I lived my whole teen years unable to shake off the grip of self harm, mild anorexia nervous, severe anxiety, abuse and suicidal tendencies. I hung on. Now I’m 30, chilled out, happy and can’t be bothered meeting others expectations coz I’m busy being me. This is while living on welfare and living with epilepsy, circumstances dictate I should feel worse than I do. Never thought I’d be where I saw others being. Specifically believed being alive and empty my whole life was worth enduring if I lived a whole life to the full. Now I’m, normal, ordinary, healthy, WELL. The pain isn’t worth the suffering, the diamonds are. The battles didn’t make me stronger, I did and I’m so proud of myself. It’s hard to learn to love and respect yourself unconditionally, it’s awesome to live it as a natural reflex.

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  3. Emily Nyquist

    Thank you for this, I am almost in tears because I realized who I want to be, someone who kept living, someone with a story to tell. And now I’m going to as much as I can to remember not to give up, I feel so empowered, thank you. I’m going to find me.

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  4. Samantha Nadler, LMSW


    I currently oversee a lived experience newsletter in TN for people who have survived suicidal thoughts or attempts. I saw this article and I was hoping I could have your permission to republish it on a future newsletter, please? You can learn more about previous publications here: http://tspn.org/can-you-hear-me

    We would of course credit you and where the post originated. Thank you for your consideration and I look forward to hearing from you.

    Samantha Nadler, LMSW

    Reply  |  
    1. Claire Biggs

      Hi Samantha,

      Grace has given permission to use her piece. Please include a note at the beginning of the article that says it was originally published on TWLOHA’s blog.

      Reply  |  
  5. josefine

    this saved my day

    Reply  |  
  6. Lyndsey

    Thank-you. Right now, you’re words have helped me. I don’t want to talk about it. My friends just found out that i had another relapse. The pain ends for awhile but then as you said the demons come back and I can’t seem to fight. My own family don’t even listen they tell me its a sin against god but then they never talk to me or try to get help. I’ve tried myself but I can’t. But after reading Rachel’s story, and yours and a few others I want to get help. I want to have my second birthday and never go back. And I am scared, scared of being judged, scared of having pity. i just wish that I could turn back the clock to when I 6 years and be happy,enthusiastic again. Hopefully, with getting help I can. But I do know that things are never going to be the same again. Thank-you so much for your words.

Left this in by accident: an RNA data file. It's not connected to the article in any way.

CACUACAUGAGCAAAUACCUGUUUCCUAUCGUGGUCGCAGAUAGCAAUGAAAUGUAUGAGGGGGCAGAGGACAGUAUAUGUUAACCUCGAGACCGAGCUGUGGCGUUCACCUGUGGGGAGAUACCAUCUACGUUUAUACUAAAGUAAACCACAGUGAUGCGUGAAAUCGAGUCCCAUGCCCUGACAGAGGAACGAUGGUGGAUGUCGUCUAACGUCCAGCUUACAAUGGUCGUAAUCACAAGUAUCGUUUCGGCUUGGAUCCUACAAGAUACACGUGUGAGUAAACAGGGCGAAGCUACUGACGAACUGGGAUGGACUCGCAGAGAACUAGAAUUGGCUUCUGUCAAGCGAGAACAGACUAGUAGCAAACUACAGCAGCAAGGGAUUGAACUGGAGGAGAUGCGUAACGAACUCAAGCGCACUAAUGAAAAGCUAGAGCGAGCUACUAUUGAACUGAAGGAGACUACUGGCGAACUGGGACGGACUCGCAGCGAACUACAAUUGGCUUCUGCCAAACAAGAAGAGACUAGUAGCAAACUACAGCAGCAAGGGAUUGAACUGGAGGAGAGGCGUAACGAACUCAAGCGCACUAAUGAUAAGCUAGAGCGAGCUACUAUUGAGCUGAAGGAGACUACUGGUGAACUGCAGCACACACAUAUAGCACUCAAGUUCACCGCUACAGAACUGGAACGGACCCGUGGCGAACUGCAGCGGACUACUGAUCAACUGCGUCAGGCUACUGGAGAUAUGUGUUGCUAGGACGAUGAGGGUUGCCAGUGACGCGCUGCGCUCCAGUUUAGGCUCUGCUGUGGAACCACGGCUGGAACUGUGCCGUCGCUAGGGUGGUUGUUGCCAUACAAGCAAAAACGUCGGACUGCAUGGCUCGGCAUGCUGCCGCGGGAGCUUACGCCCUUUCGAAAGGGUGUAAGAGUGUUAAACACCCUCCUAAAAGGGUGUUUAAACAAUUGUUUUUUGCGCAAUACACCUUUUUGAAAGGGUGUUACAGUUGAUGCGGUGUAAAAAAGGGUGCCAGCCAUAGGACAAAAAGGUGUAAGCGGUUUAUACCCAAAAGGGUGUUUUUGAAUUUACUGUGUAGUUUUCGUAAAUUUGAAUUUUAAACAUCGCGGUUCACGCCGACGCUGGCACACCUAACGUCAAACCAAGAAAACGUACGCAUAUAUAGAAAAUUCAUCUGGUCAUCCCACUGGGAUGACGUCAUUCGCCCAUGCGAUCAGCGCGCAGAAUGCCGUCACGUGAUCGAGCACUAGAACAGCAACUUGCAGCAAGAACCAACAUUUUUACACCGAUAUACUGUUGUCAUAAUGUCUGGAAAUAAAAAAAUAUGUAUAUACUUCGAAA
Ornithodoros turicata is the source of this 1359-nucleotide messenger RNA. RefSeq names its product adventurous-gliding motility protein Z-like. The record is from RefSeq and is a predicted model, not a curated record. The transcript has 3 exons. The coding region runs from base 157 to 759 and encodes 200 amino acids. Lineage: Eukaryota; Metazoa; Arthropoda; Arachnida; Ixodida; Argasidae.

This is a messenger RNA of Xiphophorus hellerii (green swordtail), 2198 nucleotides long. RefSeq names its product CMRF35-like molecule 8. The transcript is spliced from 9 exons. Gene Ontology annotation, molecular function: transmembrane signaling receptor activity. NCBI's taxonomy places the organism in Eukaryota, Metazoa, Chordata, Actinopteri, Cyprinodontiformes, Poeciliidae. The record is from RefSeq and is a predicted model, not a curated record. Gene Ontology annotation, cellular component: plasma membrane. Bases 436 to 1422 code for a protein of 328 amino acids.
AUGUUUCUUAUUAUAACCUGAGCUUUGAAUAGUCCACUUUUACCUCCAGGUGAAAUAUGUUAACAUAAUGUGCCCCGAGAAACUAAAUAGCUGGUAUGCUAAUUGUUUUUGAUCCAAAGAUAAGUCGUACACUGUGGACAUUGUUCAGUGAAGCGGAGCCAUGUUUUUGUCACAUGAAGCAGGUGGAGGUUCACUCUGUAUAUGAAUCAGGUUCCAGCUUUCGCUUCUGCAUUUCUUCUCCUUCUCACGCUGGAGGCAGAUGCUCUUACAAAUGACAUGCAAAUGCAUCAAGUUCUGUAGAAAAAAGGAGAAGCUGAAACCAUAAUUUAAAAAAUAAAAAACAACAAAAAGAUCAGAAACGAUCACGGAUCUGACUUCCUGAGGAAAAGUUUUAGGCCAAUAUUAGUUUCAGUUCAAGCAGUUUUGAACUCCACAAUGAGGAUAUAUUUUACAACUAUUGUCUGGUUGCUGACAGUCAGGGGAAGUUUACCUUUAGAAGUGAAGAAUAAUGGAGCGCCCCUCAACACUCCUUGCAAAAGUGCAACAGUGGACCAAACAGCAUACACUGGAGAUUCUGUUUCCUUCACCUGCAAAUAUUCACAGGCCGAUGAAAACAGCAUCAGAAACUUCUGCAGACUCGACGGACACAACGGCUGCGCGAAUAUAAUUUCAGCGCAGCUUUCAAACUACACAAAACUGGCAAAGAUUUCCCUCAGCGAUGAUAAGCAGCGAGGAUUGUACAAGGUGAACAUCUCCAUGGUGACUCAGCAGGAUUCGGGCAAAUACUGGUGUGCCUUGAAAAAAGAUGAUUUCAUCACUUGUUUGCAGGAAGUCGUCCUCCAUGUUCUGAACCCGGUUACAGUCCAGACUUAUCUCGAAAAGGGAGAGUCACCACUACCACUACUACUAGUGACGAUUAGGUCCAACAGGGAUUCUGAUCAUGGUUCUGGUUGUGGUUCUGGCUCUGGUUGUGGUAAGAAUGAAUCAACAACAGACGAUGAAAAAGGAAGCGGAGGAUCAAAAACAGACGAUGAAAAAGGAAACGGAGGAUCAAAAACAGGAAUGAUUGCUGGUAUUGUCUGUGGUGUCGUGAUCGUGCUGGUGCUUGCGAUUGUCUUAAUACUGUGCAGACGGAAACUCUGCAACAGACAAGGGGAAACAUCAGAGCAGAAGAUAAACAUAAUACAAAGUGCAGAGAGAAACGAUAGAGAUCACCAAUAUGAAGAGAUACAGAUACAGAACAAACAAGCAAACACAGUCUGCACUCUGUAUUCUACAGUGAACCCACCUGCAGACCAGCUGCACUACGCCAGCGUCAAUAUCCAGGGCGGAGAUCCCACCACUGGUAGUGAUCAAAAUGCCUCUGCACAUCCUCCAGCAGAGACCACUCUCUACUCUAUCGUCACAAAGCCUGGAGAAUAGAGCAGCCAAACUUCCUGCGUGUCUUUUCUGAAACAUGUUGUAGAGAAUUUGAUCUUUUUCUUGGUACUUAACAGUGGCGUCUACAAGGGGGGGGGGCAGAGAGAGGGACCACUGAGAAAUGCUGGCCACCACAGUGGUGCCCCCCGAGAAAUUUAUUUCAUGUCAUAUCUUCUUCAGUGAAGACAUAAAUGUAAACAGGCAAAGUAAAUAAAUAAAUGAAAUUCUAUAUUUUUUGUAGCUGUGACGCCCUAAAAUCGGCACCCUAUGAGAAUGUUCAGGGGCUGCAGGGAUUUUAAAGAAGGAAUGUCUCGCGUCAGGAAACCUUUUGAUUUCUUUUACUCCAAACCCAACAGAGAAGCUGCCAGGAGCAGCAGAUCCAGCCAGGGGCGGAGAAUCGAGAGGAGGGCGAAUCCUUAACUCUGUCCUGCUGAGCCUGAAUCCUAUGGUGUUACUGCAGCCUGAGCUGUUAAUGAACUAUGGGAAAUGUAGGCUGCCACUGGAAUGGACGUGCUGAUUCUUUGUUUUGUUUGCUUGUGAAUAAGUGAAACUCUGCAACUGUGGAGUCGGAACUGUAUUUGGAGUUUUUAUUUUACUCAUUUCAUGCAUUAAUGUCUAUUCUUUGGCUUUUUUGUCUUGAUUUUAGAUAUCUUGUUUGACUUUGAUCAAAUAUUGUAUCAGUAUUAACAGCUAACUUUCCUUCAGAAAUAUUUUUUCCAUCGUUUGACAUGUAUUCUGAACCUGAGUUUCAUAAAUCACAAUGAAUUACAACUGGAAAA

Reply  |  
    1. Becky Ebert


      Things can and will get better if you reach out for the help you need and deserve. You are worthy of help. And we are inspired by your honesty and openness to express your struggles and the call for help.

      If you are not familiar with any resources in your area, please visit our Find Help page here: https://twloha.com/find-help/local-resources/

      Also, please know that you can text TWLOHA to 741741 via Crisis Text Line. There are trained counselors available to you 24/7 for free. Message them when you need to. They are there to help you.

      You can email us at [email protected], too. We read and respond to every message we receive. We’re so glad you are asking for help. Your feelings are valid, those who judge you may not understand. Just focus on getting the help you need. That’s what matters.

      With Hope,

      Reply  |